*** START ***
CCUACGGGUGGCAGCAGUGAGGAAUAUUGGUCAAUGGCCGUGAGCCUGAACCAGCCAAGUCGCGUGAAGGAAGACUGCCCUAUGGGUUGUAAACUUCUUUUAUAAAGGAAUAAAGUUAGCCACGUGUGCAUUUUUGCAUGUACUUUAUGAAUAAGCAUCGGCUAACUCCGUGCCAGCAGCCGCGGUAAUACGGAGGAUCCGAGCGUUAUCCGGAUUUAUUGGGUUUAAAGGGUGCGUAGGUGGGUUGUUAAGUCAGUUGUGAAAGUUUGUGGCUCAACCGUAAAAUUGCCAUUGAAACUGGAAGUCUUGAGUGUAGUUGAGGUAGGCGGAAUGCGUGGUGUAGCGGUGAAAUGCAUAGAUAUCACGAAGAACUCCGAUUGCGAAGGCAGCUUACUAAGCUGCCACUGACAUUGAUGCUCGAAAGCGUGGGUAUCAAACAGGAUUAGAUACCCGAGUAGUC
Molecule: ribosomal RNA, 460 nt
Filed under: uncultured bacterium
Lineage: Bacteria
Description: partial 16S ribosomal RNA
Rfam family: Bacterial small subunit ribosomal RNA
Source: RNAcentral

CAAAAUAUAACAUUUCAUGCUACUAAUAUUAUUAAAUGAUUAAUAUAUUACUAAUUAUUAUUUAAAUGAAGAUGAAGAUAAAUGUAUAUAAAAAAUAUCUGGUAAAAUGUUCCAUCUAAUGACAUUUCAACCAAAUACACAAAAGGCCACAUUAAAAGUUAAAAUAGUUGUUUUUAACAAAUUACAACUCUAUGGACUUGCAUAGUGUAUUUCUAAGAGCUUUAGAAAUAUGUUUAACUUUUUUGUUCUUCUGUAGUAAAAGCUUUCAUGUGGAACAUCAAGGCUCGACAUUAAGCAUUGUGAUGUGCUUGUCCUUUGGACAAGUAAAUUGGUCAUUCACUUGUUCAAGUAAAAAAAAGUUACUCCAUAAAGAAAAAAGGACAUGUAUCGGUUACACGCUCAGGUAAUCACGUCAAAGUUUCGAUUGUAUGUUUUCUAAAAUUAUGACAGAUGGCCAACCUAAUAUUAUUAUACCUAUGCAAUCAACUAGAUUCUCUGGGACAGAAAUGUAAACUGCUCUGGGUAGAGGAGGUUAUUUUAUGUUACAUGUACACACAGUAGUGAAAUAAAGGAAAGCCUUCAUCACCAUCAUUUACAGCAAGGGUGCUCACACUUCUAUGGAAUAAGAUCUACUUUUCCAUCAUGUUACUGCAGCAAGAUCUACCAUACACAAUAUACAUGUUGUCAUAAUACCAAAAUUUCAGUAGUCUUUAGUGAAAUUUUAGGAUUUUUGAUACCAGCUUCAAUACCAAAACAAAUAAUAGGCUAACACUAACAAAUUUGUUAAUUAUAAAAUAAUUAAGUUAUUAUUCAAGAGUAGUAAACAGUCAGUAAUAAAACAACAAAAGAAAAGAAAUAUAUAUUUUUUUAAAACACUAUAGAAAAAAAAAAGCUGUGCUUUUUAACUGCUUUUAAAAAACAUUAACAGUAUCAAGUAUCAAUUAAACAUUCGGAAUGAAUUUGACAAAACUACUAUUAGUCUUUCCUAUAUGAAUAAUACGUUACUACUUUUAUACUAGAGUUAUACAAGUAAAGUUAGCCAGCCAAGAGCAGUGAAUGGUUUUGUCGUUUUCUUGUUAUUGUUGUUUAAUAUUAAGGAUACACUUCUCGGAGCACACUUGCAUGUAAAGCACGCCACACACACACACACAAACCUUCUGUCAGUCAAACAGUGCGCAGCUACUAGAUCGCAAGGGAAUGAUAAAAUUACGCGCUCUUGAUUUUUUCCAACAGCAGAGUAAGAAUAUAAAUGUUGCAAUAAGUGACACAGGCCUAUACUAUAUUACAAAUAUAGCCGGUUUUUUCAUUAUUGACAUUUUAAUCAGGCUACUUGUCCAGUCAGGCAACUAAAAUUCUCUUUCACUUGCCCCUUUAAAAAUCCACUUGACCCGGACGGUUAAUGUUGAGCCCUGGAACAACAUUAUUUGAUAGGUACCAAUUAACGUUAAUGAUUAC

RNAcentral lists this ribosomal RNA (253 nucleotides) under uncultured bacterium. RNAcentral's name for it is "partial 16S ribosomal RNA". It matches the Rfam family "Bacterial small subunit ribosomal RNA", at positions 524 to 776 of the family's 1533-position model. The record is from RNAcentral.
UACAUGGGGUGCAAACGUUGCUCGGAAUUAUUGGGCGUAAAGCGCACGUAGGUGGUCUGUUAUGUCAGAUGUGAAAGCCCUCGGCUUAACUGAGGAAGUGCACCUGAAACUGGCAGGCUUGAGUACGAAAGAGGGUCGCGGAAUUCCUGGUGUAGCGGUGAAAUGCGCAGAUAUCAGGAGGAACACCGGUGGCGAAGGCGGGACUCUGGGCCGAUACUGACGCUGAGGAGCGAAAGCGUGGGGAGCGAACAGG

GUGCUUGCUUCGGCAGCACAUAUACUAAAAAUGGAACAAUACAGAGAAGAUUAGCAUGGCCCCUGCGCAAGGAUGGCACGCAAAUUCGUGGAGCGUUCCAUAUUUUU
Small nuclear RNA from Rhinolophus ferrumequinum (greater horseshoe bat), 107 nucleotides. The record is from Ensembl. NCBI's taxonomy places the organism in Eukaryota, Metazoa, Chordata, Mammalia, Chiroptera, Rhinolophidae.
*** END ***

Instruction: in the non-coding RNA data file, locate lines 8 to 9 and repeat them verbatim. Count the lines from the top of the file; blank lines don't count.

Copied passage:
CAAAAUAUAACAUUUCAUGCUACUAAUAUUAUUAAAUGAUUAAUAUAUUACUAAUUAUUAUUUAAAUGAAGAUGAAGAUAAAUGUAUAUAAAAAAUAUCUGGUAAAAUGUUCCAUCUAAUGACAUUUCAACCAAAUACACAAAAGGCCACAUUAAAAGUUAAAAUAGUUGUUUUUAACAAAUUACAACUCUAUGGACUUGCAUAGUGUAUUUCUAAGAGCUUUAGAAAUAUGUUUAACUUUUUUGUUCUUCUGUAGUAAAAGCUUUCAUGUGGAACAUCAAGGCUCGACAUUAAGCAUUGUGAUGUGCUUGUCCUUUGGACAAGUAAAUUGGUCAUUCACUUGUUCAAGUAAAAAAAAGUUACUCCAUAAAGAAAAAAGGACAUGUAUCGGUUACACGCUCAGGUAAUCACGUCAAAGUUUCGAUUGUAUGUUUUCUAAAAUUAUGACAGAUGGCCAACCUAAUAUUAUUAUACCUAUGCAAUCAACUAGAUUCUCUGGGACAGAAAUGUAAACUGCUCUGGGUAGAGGAGGUUAUUUUAUGUUACAUGUACACACAGUAGUGAAAUAAAGGAAAGCCUUCAUCACCAUCAUUUACAGCAAGGGUGCUCACACUUCUAUGGAAUAAGAUCUACUUUUCCAUCAUGUUACUGCAGCAAGAUCUACCAUACACAAUAUACAUGUUGUCAUAAUACCAAAAUUUCAGUAGUCUUUAGUGAAAUUUUAGGAUUUUUGAUACCAGCUUCAAUACCAAAACAAAUAAUAGGCUAACACUAACAAAUUUGUUAAUUAUAAAAUAAUUAAGUUAUUAUUCAAGAGUAGUAAACAGUCAGUAAUAAAACAACAAAAGAAAAGAAAUAUAUAUUUUUUUAAAACACUAUAGAAAAAAAAAAGCUGUGCUUUUUAACUGCUUUUAAAAAACAUUAACAGUAUCAAGUAUCAAUUAAACAUUCGGAAUGAAUUUGACAAAACUACUAUUAGUCUUUCCUAUAUGAAUAAUACGUUACUACUUUUAUACUAGAGUUAUACAAGUAAAGUUAGCCAGCCAAGAGCAGUGAAUGGUUUUGUCGUUUUCUUGUUAUUGUUGUUUAAUAUUAAGGAUACACUUCUCGGAGCACACUUGCAUGUAAAGCACGCCACACACACACACACAAACCUUCUGUCAGUCAAACAGUGCGCAGCUACUAGAUCGCAAGGGAAUGAUAAAAUUACGCGCUCUUGAUUUUUUCCAACAGCAGAGUAAGAAUAUAAAUGUUGCAAUAAGUGACACAGGCCUAUACUAUAUUACAAAUAUAGCCGGUUUUUUCAUUAUUGACAUUUUAAUCAGGCUACUUGUCCAGUCAGGCAACUAAAAUUCUCUUUCACUUGCCCCUUUAAAAAUCCACUUGACCCGGACGGUUAAUGUUGAGCCCUGGAACAACAUUAUUUGAUAGGUACCAAUUAACGUUAAUGAUUAC

RNAcentral lists this ribosomal RNA (253 nucleotides) under uncultured bacterium. RNAcentral's name for it is "partial 16S ribosomal RNA". It matches the Rfam family "Bacterial small subunit ribosomal RNA", at positions 524 to 776 of the family's 1533-position model. The record is from RNAcentral.